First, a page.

5 Social Media Mistakes That Doom Your Chances of Getting Hired


Social media provides many opportunities to communicate with others, but if you make silly mistakes, you can send the wrong message that tanks your next deal, job, or promotion.

Does your social media profile say you are professional, know what you’re doing, or are just the person to work with on a particular matter? Or does it say you don’t pay attention to detail, have no clear idea of what you want to say, and are scattered and all over the place?

Whether you run a writing business or you’re looking to get hired as a staff writer for some company, your online reputation will speak for you. So make sure it has something nice to say. That’s because, in today’s marketplace, a potential client or employer is very likely to at least glance at your online profile. Don’t expect to just hand over a resume or clips file and be hired based on the work you intentionally share with your potential client or employer. This is the case whether you expect to meet the person for a face-to-face interview or you’ll never actually be in the same space because the work can be handled virtually.

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Grow Your Writing Career Through Your Relationships


Whether you are a freelance writer, marketer, author, or other person who writes words for impact and income, you’ll need to properly leverage relationships if you want your business to grow. Relationships provide access to opportunities. But leveraging relationships isn’t just about asking your friend to put in a good word for you. In fact, there is a proper way to do it. Do it wrong, and you come off as an opportunistic user that nobody wants to help. Do it properly, and you tap into the influence, power, and opportunities contained right now in your relationships — and end up with people who are thrilled to help you.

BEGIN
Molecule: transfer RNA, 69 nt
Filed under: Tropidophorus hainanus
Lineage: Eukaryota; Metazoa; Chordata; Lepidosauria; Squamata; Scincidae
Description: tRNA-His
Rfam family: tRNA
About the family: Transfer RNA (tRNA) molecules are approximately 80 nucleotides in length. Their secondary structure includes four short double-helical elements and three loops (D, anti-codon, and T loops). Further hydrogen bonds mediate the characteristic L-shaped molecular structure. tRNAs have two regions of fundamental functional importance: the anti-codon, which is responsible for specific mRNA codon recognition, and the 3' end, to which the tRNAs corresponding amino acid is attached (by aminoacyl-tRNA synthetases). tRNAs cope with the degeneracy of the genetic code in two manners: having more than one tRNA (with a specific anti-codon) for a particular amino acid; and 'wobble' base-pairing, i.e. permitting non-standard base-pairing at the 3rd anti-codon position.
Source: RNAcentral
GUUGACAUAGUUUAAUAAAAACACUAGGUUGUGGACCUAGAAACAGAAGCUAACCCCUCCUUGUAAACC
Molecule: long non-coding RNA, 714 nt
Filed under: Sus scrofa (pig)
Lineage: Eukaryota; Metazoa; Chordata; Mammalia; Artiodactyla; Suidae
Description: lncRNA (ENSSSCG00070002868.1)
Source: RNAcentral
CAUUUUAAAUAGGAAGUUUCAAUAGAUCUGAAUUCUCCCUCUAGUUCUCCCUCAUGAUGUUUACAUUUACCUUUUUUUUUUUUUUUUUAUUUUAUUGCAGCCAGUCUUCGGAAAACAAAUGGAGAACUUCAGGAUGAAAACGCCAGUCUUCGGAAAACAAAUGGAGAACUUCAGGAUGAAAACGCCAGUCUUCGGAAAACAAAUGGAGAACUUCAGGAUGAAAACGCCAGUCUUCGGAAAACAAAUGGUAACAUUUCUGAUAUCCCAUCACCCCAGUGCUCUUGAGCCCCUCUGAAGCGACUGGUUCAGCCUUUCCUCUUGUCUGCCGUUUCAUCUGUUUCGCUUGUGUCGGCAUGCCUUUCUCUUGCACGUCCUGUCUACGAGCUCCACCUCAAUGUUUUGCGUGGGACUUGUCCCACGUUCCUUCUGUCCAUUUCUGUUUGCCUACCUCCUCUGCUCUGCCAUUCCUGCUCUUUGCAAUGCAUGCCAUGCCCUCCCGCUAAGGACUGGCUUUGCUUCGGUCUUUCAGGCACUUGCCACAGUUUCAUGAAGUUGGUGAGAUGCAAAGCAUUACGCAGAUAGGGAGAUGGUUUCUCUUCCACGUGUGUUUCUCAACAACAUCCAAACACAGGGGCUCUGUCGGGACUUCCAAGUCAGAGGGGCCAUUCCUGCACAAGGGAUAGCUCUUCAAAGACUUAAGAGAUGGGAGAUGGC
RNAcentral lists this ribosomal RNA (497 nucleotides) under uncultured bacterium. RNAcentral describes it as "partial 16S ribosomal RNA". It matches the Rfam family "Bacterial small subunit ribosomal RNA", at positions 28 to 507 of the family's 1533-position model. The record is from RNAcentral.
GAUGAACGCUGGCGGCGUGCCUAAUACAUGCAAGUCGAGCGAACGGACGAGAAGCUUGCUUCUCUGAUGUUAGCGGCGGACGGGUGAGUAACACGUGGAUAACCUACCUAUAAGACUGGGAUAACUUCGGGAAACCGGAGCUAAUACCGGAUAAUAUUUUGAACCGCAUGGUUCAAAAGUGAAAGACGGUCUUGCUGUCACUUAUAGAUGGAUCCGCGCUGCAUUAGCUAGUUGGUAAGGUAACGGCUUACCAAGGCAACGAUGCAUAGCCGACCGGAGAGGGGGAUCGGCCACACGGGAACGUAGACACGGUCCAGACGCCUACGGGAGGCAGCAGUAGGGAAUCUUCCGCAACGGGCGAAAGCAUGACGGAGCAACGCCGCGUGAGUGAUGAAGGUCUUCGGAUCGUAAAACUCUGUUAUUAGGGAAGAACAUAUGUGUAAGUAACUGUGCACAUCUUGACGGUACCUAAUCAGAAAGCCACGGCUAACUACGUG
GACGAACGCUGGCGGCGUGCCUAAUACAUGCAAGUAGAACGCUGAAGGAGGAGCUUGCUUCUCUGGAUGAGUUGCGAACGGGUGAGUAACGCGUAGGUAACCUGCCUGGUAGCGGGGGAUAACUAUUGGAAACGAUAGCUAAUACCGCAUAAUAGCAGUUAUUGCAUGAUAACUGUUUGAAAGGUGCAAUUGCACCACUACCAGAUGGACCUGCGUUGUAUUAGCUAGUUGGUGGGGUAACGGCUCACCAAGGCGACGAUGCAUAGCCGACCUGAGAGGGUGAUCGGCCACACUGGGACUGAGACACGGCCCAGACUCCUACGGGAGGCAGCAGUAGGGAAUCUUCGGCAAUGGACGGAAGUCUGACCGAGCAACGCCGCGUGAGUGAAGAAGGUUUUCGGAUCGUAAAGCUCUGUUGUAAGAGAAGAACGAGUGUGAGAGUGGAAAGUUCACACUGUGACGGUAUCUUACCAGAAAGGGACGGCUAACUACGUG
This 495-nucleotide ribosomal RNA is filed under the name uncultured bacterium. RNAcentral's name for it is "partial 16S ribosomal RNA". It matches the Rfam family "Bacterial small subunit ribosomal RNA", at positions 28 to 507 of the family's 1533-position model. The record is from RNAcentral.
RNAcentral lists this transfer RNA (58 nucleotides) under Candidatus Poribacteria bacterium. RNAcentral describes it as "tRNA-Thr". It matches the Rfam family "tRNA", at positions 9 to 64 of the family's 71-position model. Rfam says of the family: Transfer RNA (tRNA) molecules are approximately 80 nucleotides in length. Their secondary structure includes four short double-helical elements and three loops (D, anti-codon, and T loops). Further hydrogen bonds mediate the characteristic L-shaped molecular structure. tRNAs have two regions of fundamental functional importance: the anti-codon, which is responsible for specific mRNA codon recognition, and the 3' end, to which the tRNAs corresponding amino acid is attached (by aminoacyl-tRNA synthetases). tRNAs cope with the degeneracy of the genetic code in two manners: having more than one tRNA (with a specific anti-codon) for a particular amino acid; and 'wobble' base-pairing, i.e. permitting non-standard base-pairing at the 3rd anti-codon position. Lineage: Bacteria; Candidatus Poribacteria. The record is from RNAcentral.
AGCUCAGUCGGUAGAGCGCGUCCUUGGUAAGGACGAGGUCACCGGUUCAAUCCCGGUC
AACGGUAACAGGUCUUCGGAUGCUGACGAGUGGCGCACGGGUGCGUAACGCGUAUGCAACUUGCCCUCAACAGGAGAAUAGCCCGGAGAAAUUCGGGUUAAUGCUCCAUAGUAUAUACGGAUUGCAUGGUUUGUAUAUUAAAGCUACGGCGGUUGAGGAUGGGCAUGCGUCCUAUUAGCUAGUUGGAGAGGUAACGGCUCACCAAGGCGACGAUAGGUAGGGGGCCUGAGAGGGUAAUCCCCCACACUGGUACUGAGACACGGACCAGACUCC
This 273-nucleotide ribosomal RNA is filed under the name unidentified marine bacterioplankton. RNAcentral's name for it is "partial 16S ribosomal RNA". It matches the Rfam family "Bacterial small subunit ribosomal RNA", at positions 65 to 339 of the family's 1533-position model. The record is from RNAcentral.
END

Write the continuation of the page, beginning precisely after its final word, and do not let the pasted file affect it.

If you want to grow your business, it’s not enough to work hard or even do a great job. You must know how to relate smart by identifying a need and connecting with someone who has that need.

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3 Critical Tips to Help Protect Your Data and Ideas


Writers spend a lot of time creating.

They’d hate to see those creations lost.

Yet, data disappears every day.

Many of us think getting an antivirus program running is enough. But it’s not.

Here’s what you can do to prevent or minimize the risk of data loss.

Get backup to the backup

This is hugely important. It’s easy to float along expecting nothing bad to happen, but one day you could go to turn on your computer and find that it doesn’t do anything.

I know. It happened to me. With a new computer.

We did a lot of upgrading last year. We bought two computers for our home office, both from a trusted brand. Our old computers, of that same brand, had performed well so we never gave a thought to the possibility that something would go wrong with one of the computers. But it did. Just a few months after purchasing my computer, it died. I didn’t panic too much at first because we had backup. I thought it would just be a matter of downloading my backup files.

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Rewrite the Story of Who You Are

time-for-action-420Unfinished novels are tucked away on his computer. His blog hasn’t seen a new post in months. Writing contest deadlines come and go.

He promises himself he will write.

He wants to.

But doesn’t.